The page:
Why ask? Because many institutions are not only abusing our data, they are withholding them without realising that they jeopardise policy innovation and economic growth, such as by allowing the dearth of structured data for business intelligence.And it’s about time we demand.
Bacolod celebrates tomorrow June 18, 2018 its 80th charter anniversary. Commonwealth Act No. 326 was signed by President Manuel L. Quezon on June 18, 1938. Now that we are 80, the cities expected to be one of the smartest cities in terms of big data. But that is not the case.
I have never spoken about this publicly since I started my advocacy to help generate ICT-enabled jobs in Bacolod in 2004 – but today it is worth discussing as we reached 80 years as a city. How many of the more than half a million Bacolodnons actually know what goes into a formal meeting with top officials of foreign companies looking to set up shop and invest in Bacolod?
I am not sounding my own horn, instead I wish the public to understand that the very hard task of facing investors and convincing them to locate in Bacolod since 2004 has been made harder by the lack of data or the refusal of offices and schools to share data. This article is not a blaming exercise but an attempt to turn things in the ideal direction.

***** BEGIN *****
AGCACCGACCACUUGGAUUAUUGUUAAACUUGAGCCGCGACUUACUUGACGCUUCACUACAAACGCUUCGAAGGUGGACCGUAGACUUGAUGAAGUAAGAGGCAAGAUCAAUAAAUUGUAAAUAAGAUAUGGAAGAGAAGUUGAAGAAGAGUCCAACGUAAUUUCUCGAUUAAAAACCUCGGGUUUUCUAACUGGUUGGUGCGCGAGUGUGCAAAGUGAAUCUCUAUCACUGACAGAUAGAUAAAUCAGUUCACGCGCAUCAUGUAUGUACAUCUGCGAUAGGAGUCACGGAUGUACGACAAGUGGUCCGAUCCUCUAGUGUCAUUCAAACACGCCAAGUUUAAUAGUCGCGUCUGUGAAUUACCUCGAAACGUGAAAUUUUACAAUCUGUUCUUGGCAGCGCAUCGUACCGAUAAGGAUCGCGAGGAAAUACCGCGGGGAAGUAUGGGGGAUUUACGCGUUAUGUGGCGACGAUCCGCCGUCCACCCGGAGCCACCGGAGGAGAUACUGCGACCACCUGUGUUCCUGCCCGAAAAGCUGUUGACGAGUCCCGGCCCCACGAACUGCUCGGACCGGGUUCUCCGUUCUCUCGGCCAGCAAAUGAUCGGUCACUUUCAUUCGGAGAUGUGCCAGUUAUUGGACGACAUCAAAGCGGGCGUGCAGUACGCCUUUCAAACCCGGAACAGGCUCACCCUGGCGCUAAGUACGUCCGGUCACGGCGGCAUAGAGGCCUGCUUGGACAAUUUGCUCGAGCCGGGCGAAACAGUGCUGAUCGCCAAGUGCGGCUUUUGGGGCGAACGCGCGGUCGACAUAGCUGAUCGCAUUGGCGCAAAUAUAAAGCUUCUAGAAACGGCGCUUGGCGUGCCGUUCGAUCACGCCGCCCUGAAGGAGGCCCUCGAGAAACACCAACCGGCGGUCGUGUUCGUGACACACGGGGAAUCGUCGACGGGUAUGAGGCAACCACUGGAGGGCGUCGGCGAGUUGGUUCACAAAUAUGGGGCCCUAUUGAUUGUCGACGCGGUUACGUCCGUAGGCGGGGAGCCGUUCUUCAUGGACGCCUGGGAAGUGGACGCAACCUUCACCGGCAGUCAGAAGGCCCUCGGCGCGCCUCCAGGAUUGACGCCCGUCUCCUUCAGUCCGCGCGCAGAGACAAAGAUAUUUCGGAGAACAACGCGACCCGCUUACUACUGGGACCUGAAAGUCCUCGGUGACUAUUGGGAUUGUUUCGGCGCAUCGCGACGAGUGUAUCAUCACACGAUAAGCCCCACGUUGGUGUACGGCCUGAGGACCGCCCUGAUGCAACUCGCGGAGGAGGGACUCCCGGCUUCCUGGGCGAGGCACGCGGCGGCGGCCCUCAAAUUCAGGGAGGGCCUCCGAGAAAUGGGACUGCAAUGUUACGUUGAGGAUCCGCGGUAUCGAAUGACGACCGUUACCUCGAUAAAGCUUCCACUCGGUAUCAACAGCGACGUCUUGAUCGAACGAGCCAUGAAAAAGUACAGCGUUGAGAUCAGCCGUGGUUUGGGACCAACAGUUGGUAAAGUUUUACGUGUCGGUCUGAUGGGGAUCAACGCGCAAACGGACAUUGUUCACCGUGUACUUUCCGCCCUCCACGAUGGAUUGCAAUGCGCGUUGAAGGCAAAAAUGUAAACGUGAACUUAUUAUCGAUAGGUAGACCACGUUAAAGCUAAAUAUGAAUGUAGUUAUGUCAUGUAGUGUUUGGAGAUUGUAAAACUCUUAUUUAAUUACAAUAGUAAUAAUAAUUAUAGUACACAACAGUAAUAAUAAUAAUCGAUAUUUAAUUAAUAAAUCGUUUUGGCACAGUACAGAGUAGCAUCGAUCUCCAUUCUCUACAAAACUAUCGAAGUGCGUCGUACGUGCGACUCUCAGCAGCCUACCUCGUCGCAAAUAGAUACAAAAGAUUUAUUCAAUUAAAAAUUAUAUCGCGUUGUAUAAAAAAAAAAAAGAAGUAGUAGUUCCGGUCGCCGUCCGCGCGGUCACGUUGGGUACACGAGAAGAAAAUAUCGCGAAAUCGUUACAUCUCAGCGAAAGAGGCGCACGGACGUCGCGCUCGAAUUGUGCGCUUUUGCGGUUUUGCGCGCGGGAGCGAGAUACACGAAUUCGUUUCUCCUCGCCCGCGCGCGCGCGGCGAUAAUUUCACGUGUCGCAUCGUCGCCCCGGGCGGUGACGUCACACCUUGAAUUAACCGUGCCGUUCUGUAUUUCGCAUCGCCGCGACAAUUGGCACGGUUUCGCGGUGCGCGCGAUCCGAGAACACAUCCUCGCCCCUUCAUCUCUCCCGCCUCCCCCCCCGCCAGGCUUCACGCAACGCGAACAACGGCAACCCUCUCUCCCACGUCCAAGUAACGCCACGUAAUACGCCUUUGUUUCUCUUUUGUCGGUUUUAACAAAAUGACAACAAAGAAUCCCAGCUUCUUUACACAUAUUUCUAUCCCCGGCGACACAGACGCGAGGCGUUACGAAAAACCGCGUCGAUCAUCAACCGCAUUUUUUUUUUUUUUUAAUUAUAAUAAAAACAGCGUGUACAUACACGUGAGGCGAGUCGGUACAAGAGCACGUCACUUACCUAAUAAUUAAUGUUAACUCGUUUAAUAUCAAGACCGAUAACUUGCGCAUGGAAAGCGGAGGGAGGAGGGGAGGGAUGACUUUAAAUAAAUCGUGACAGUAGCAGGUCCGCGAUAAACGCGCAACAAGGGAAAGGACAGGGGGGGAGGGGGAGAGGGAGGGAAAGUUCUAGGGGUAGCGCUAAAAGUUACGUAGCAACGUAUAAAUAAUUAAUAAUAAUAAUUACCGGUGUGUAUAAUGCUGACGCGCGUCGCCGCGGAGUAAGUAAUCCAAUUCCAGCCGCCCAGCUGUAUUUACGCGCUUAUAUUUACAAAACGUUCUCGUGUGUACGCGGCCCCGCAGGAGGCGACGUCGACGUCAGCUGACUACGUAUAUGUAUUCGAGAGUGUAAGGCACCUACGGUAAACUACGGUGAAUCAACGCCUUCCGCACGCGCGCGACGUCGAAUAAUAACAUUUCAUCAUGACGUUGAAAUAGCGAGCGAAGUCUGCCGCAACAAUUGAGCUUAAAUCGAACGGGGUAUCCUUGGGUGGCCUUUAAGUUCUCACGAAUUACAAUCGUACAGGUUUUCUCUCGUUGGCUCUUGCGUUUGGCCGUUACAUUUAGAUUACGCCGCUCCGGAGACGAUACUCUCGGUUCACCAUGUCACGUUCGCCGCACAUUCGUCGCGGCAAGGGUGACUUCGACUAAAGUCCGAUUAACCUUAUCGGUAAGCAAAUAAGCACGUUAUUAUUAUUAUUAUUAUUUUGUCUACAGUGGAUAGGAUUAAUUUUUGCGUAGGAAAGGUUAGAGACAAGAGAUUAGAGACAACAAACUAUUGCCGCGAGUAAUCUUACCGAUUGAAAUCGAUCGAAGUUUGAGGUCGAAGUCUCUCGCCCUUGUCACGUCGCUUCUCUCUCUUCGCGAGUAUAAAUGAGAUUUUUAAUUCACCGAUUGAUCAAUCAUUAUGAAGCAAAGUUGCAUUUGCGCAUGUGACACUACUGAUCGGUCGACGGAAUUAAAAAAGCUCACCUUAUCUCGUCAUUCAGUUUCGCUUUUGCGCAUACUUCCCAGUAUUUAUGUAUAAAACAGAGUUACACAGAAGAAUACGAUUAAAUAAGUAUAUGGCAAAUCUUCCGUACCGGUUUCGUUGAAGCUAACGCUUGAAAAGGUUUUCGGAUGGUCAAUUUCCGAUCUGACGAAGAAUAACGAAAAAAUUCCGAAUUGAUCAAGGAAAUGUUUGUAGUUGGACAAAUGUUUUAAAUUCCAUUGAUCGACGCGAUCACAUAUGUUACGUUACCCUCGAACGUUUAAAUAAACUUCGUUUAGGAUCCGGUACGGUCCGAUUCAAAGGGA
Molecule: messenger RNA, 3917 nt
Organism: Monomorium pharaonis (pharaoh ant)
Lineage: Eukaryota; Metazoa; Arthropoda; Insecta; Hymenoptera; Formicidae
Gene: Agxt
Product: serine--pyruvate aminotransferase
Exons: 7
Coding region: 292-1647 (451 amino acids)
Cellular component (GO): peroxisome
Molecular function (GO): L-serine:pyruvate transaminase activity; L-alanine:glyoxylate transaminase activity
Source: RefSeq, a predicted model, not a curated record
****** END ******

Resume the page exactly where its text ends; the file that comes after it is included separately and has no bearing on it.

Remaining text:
In my heart, I feel it is a duty I must fulfill for my city the advocacy to bring more jobs to Bacolod – something I owe to the people of Bacolod and to myself. But the stress during these periods of due diligence conducted by international firms is immense. The stress mainly comes from avoiding saying something that will destroy the potential of your own city, the burden of trying to give the best available accurate data to investors from the most simple cost of electricity to the more complex questions about the skill sets of every graduate regardless of course.
Here is a brief walk-through of what’s behind the scenes. Potential locators initially email a usually long list of questions that we have to answer in just a matter of weeks, even days. They request to meet various stakeholders and I curate the invitees according to the request of the investors. Oftentimes, I have to literally beg some school or government officials to join the meeting with investors. Some school heads would even scold me for giving them short notice, as if I also had a long notice from the investors. As the day of the visit draw near, questions become more complex, many of these questions are not even easy for any government agency to answer because of the level of data.